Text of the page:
Coligny Calendar:  The 1,800-Year-Old Lunisolar calendar banned by the Romans

Coligny Calendar: The 1,800-Year-Old Lunisolar calendar banned by the Romans

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In 1897, the Gaulish Coligny Calendar was discovered in Coligny, Ain, France.  The bronze calendar was found broken into 73 pieces, which together form a 5 foot wide, 3.5 foot high bronze tablet. When assembled, it displays a lunisolar calendar, which follows both moon phases and the time of solar year. It is believed that the calendar, dating back to the 2 nd century AD, had been banned by the Romans as it indicated druidic practices. The calendar can now be found at the Gallo-Roman Museum of Lyon.

Map of France showing location of Coligny

Map of France showing location of Coligny ( Wikipedia)

The age of the calendar has been estimated based upon the styling of the letters and images it contains. French archaeologist, J. Monard, has speculated that the druids created the calendar as a means of preserving the druid tradition of timekeeping at a time when the Julian calendar was being heavily promoted throughout the Roman Empire.  Druid were members of the educated, professional class among the Celtic peoples of Gaul, Britain, Ireland, and possibly elsewhere during the Iron Age. The druid class included law-speakers, poets and doctors, among other learned professions, although the best known among the druids were the religious leaders.

An Arch Druid in His Judicial Habit

Imaginative illustration of 'An Arch Druid in His Judicial Habit', from "The Costume of the Original Inhabitants of the British Islands" by S.R. Meyrick and C.H. Smith (1815), the gold gorget collar copying Irish Bronze Age examples. ( Wikimedia Commons )

A calendar similar to the Coligny calendar was found nearby at Villards d'Heria.  Both calendars follow the Contintental Celtic calendar. Through reconstruction, researchers have been able to determine that the calendar is a lunisolar calendar, focusing on the lunar month and the solar year. Scholars have disagreed as to whether a new month began with the new moon, full moon, or the first quarter moon.  The lunar year was made up of 354 or 355 days. There is dispute as to whether the calendar began in summer or autumn. The starting month, Samonios, is generally affiliated with Old Irish Samhain on October 31. However, Samon is Gaulish for summer.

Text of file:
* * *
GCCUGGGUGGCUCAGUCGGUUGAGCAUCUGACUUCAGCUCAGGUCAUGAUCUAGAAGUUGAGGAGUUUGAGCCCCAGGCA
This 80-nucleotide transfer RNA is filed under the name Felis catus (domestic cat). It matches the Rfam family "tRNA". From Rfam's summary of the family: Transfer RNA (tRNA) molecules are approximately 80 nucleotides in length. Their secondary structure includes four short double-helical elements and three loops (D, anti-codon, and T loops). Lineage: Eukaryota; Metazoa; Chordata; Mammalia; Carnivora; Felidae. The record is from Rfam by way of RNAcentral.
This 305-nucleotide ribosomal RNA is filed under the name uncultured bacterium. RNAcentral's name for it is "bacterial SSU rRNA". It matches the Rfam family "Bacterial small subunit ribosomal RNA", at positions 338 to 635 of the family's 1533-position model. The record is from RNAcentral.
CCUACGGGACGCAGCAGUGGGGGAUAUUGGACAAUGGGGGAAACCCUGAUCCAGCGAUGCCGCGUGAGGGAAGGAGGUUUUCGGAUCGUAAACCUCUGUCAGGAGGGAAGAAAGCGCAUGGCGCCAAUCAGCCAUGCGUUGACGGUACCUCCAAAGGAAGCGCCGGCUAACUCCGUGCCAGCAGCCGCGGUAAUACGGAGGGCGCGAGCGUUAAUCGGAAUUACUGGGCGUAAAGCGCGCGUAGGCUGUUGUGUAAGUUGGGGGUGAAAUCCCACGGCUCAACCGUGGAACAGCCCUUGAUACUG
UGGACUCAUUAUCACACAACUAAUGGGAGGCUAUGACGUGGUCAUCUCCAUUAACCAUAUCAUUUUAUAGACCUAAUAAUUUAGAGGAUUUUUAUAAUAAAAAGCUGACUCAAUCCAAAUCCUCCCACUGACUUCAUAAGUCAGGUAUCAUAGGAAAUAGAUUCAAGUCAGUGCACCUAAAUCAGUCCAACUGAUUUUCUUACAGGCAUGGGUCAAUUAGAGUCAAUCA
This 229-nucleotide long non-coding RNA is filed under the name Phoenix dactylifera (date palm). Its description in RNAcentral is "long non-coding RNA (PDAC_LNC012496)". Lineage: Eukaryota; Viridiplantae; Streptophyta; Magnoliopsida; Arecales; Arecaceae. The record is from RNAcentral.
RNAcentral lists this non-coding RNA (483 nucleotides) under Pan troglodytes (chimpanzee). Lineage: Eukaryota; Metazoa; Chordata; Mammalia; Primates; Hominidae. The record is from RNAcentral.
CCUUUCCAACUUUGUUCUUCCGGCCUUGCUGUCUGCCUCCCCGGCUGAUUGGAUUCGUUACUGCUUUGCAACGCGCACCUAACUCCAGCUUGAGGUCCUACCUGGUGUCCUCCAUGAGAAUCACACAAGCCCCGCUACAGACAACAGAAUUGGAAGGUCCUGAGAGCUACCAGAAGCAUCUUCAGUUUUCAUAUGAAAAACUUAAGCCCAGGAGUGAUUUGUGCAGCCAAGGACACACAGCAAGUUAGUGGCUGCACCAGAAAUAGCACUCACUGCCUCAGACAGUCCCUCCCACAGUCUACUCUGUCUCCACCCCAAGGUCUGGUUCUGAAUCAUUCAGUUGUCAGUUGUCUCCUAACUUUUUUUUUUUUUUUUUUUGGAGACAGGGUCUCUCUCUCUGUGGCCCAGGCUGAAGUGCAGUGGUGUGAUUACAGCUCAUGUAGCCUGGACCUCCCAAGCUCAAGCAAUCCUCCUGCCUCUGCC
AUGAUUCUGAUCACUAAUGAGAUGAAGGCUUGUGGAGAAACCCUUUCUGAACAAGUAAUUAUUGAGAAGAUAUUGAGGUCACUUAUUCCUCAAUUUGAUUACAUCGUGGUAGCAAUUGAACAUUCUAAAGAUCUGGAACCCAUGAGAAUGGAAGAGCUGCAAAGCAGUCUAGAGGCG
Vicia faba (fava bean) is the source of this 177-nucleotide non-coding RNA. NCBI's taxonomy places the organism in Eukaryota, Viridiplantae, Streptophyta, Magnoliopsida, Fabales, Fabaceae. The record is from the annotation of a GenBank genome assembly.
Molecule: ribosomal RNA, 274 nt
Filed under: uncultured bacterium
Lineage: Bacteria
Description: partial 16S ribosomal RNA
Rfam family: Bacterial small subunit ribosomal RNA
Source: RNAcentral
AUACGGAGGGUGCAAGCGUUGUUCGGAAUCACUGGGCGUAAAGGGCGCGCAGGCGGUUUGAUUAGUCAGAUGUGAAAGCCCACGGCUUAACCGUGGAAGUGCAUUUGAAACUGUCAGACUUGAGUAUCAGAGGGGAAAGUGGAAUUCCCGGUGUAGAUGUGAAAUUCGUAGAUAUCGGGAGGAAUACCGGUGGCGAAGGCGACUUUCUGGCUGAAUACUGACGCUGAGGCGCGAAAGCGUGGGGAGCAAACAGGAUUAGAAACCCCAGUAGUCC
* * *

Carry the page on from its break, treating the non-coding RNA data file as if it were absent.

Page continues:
Like the modern calendar, the Coligny calendar is comprised of 12 months, with each month containing 29-30 days. The months include:


Time Period




October - November




November - December

The Darkest Depths



December - January




January - February




February - March

Time of Ice



March - April

Time of Winds



April - May




May - June

Time of Brightness



June - July




July - August




August - September




September - October



Sonnocingos -


"Sun's march"


To follow the solar year, the 13 th intercalary month, referred to as Sonnocingos, was included every 2.5 years. The intercalary month alternated between being inserted before Samonios and being inserted in between Cutios and Giamonios. Each month into the calendar was divided into halves, with the second half serving as an atenoux or “renewal.” The two halves were also known as the “light” half and the “dark” half, following the new moon, and indicating that it had some religious significance.  Overall, the calendar followed thirty-year periods, split into smaller five-month segments. Each five-month segment contained 62 months, including the intercalary months. According to some researchers, this cycling creates an error in following the moon cycles.

Segment from the Coligny calendar

Segment from the Coligny calendar (

The Coligny calendar provides insight into how some viewed the world, moon cycles, and sun cycles during ancient times. At the time when it was created, the Julian calendar was being imposed throughout the Roman Empire. The discovery of the Coligny Calendar shows how others viewed and measured the passage of time, days, months, and years. Although calendaring has changed over time, it is clear that one thing has not changed – the use of moon phases and the Earth’s revolution around the sun to measure the passage of time.

Featured image: Image source:


Coligny Calendar – Wikipedia. Available from:

The Coligny Tablet – Roman Britain. Available from:

The Gaulish (Coligny) Calendar – Time Meddler. Available from:

By M R Reese


I'm interested in my ancestors history and the subjects are related to my research as a student of Celtic ancient culture and related.

a lunar calendar follows the moon phases, hence about 28 days not the number they claim. if it did, it would be as inaccurate as our calendar today is in regards to the moon phases anyway. in any event the calendar , current or otherwise is completely inaccurate. we add a day every 4 years BUT it actually takes 365.256 days for the earth to revolve around the sun. thus every 1000 years is off by 6 days meaning as of right now our calendar is off by about 12 days

The article states: "the calendar followed thirty-year periods, split into smaller five-month segments. Each five-month segment contained 62 months"
I believe the references to 'five-month' segments should instead be 'five-YEAR' segments. As it stands, it makes no sense at all.

DeAegean's picture

Stay-home-time in February.. No wonder it's the biggest time for some lovin'

rbflooringinstall's picture

Too bad they couldn't have just meshed the two calendars together somehow and make a super calendar.

Peace and Love,



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